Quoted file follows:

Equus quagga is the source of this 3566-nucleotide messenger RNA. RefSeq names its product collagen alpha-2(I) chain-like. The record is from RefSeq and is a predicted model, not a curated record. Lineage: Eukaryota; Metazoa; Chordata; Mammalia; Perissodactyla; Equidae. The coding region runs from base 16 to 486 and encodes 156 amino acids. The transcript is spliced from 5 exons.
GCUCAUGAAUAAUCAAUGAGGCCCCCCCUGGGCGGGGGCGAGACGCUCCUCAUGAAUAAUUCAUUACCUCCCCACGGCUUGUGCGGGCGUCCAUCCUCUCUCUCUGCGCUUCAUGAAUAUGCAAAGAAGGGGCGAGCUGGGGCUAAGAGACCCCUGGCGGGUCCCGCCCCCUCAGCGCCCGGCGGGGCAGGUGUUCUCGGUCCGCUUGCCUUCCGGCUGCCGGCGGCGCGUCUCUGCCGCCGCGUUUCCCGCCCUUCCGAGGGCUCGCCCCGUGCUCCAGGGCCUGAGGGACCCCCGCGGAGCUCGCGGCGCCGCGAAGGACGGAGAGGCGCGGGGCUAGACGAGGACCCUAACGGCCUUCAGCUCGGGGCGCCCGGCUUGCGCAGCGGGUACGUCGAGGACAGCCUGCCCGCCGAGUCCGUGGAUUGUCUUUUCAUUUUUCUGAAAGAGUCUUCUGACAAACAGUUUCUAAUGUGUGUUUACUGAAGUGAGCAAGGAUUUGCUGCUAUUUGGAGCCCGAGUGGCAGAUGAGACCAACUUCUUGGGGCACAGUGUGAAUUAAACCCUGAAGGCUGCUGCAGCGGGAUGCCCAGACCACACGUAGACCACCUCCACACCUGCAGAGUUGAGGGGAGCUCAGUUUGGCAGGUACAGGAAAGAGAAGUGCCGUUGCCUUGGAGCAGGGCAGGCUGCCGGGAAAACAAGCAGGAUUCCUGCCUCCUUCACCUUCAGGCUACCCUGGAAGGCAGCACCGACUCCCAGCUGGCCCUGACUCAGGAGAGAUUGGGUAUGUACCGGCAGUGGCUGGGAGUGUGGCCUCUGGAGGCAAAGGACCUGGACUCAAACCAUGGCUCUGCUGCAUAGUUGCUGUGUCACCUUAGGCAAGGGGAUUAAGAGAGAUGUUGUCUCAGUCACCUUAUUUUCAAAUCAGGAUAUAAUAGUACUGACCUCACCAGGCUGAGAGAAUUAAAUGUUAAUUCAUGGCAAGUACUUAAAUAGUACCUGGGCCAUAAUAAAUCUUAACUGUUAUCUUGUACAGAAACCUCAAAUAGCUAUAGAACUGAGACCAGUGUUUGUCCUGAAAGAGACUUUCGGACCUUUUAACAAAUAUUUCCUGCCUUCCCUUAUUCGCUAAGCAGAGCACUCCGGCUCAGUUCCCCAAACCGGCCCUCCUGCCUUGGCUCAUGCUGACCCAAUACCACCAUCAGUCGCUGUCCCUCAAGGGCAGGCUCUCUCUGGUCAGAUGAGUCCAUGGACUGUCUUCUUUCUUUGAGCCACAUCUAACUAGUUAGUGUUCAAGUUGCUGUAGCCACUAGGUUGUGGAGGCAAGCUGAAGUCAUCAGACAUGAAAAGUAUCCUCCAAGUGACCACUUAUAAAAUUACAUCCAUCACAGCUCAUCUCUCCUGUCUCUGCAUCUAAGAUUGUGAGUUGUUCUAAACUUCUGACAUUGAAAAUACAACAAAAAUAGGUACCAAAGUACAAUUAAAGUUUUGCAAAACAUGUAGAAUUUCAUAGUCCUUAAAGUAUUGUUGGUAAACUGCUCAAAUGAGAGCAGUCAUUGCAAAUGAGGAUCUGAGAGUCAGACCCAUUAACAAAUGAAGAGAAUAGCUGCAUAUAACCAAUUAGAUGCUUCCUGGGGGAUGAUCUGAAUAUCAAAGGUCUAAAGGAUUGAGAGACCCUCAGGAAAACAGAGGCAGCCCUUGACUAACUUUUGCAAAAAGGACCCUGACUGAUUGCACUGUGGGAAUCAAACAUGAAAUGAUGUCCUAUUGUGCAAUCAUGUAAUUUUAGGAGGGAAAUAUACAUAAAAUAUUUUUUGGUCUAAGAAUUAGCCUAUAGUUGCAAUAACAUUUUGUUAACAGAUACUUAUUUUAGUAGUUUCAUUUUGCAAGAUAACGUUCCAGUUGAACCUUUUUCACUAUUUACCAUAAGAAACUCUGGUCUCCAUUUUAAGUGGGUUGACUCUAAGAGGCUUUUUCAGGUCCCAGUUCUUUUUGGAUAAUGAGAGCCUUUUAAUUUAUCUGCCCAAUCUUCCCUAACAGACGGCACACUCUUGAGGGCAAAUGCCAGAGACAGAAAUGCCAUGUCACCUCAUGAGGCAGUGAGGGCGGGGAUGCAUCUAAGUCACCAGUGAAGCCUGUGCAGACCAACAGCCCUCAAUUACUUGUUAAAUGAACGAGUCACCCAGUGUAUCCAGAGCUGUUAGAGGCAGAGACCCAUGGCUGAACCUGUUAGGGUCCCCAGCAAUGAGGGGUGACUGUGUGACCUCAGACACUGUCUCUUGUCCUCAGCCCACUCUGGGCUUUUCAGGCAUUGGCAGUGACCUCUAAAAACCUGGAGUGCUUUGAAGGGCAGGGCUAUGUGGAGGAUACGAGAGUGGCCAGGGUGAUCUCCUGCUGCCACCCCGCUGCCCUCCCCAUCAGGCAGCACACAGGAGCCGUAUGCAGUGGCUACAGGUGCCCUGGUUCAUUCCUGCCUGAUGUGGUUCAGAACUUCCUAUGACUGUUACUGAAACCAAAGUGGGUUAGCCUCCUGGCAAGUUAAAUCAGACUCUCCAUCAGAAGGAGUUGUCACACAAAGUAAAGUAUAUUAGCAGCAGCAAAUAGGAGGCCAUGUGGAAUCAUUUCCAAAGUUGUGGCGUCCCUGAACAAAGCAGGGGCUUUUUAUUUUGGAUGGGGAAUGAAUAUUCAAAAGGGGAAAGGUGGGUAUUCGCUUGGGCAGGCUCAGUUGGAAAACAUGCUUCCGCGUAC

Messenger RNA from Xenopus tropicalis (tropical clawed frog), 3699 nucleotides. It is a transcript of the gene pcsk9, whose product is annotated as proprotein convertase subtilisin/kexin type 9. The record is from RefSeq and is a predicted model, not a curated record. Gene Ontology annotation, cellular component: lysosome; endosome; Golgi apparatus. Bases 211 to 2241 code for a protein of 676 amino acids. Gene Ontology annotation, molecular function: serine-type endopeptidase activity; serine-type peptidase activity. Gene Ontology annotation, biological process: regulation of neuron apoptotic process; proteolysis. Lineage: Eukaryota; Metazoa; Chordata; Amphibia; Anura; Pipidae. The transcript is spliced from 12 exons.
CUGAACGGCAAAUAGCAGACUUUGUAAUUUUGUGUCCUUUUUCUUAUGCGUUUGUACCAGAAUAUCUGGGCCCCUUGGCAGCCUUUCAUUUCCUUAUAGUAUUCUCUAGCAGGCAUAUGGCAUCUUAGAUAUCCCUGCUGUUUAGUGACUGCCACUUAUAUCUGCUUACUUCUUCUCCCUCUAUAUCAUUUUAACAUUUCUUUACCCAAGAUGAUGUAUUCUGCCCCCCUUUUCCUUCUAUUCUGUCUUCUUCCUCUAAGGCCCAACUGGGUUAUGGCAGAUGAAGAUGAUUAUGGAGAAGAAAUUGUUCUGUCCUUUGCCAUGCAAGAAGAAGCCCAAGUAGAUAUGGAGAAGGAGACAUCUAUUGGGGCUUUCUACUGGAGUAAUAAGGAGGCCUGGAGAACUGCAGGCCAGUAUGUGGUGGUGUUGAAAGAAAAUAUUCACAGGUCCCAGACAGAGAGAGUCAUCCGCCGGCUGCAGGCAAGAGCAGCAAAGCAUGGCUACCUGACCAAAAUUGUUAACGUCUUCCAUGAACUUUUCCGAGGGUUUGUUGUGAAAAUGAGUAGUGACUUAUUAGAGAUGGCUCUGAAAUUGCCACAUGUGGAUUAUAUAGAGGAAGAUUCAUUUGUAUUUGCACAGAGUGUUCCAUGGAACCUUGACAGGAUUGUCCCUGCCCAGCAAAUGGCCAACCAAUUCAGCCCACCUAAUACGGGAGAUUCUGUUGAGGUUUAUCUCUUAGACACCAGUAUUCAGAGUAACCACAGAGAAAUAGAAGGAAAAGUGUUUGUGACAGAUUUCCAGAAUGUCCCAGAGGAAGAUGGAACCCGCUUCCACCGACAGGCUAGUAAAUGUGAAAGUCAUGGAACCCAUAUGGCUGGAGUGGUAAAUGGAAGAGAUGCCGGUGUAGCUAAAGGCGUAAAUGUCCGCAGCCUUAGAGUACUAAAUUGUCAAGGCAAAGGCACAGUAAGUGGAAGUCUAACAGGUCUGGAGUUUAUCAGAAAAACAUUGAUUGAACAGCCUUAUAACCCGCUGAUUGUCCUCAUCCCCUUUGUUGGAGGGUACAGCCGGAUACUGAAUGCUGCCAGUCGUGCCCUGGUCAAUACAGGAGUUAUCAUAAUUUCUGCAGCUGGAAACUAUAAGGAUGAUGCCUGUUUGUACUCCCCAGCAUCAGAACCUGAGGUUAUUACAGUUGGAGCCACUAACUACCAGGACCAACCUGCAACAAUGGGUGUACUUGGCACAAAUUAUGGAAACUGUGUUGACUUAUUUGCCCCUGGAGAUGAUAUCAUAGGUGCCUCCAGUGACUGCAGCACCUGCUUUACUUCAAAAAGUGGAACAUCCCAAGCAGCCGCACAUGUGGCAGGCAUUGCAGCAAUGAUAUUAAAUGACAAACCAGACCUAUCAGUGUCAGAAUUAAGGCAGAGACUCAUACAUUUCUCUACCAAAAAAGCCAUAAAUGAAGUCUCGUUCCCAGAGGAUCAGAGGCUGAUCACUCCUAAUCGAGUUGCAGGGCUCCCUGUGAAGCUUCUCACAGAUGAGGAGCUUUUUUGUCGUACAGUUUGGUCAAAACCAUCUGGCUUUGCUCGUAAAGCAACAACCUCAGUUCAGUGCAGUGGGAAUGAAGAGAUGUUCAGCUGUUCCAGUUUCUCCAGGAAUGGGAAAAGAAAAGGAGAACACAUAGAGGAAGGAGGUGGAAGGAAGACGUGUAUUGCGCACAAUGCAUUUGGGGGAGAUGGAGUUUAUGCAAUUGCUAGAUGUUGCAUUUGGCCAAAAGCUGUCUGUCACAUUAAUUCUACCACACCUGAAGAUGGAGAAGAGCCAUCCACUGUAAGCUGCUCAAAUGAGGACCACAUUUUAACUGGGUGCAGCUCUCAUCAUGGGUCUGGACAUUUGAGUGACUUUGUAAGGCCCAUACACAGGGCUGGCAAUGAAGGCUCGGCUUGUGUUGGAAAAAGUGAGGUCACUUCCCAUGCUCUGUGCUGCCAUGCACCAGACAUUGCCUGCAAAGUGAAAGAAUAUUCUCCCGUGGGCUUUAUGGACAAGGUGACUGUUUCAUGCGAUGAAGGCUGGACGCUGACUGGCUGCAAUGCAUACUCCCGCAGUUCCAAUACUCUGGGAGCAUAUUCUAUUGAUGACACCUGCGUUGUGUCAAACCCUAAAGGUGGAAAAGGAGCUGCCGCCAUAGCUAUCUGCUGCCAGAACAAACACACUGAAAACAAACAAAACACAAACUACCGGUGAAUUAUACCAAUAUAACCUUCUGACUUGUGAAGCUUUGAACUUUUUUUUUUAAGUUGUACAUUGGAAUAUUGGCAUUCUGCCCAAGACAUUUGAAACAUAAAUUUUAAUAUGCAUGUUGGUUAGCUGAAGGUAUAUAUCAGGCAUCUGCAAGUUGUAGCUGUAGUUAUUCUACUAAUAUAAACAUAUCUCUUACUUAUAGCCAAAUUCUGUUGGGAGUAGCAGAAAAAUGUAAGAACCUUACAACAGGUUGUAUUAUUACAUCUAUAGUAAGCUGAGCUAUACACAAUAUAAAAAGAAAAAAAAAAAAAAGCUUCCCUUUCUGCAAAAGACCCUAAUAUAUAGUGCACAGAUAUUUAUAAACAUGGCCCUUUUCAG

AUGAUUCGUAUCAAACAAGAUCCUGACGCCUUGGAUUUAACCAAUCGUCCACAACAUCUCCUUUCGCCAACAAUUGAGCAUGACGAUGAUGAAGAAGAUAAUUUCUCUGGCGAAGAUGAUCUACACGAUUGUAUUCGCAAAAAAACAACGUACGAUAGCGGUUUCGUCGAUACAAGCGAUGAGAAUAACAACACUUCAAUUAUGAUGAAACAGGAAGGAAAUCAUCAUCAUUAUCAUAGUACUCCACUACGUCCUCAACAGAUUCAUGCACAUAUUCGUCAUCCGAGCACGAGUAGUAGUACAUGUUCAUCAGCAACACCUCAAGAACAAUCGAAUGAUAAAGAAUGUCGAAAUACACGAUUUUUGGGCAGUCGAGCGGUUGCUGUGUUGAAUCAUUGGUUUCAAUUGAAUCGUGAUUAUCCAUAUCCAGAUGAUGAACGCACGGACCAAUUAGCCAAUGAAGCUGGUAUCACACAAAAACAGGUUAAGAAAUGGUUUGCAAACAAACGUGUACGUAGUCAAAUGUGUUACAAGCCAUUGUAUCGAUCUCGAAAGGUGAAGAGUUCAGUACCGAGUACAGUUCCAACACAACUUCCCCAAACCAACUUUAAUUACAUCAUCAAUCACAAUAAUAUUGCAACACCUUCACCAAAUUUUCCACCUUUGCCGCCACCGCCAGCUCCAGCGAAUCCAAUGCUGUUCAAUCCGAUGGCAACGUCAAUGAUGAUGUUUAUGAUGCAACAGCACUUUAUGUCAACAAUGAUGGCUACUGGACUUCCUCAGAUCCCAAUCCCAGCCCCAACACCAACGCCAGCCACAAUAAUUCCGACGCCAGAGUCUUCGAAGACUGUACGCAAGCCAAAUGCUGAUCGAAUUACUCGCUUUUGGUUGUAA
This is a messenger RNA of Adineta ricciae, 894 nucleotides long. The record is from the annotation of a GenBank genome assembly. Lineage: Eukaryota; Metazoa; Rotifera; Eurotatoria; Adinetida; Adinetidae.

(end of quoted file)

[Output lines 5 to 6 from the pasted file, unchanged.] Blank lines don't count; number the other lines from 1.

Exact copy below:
AUGAUUCGUAUCAAACAAGAUCCUGACGCCUUGGAUUUAACCAAUCGUCCACAACAUCUCCUUUCGCCAACAAUUGAGCAUGACGAUGAUGAAGAAGAUAAUUUCUCUGGCGAAGAUGAUCUACACGAUUGUAUUCGCAAAAAAACAACGUACGAUAGCGGUUUCGUCGAUACAAGCGAUGAGAAUAACAACACUUCAAUUAUGAUGAAACAGGAAGGAAAUCAUCAUCAUUAUCAUAGUACUCCACUACGUCCUCAACAGAUUCAUGCACAUAUUCGUCAUCCGAGCACGAGUAGUAGUACAUGUUCAUCAGCAACACCUCAAGAACAAUCGAAUGAUAAAGAAUGUCGAAAUACACGAUUUUUGGGCAGUCGAGCGGUUGCUGUGUUGAAUCAUUGGUUUCAAUUGAAUCGUGAUUAUCCAUAUCCAGAUGAUGAACGCACGGACCAAUUAGCCAAUGAAGCUGGUAUCACACAAAAACAGGUUAAGAAAUGGUUUGCAAACAAACGUGUACGUAGUCAAAUGUGUUACAAGCCAUUGUAUCGAUCUCGAAAGGUGAAGAGUUCAGUACCGAGUACAGUUCCAACACAACUUCCCCAAACCAACUUUAAUUACAUCAUCAAUCACAAUAAUAUUGCAACACCUUCACCAAAUUUUCCACCUUUGCCGCCACCGCCAGCUCCAGCGAAUCCAAUGCUGUUCAAUCCGAUGGCAACGUCAAUGAUGAUGUUUAUGAUGCAACAGCACUUUAUGUCAACAAUGAUGGCUACUGGACUUCCUCAGAUCCCAAUCCCAGCCCCAACACCAACGCCAGCCACAAUAAUUCCGACGCCAGAGUCUUCGAAGACUGUACGCAAGCCAAAUGCUGAUCGAAUUACUCGCUUUUGGUUGUAA
This is a messenger RNA of Adineta ricciae, 894 nucleotides long. The record is from the annotation of a GenBank genome assembly. Lineage: Eukaryota; Metazoa; Rotifera; Eurotatoria; Adinetida; Adinetidae.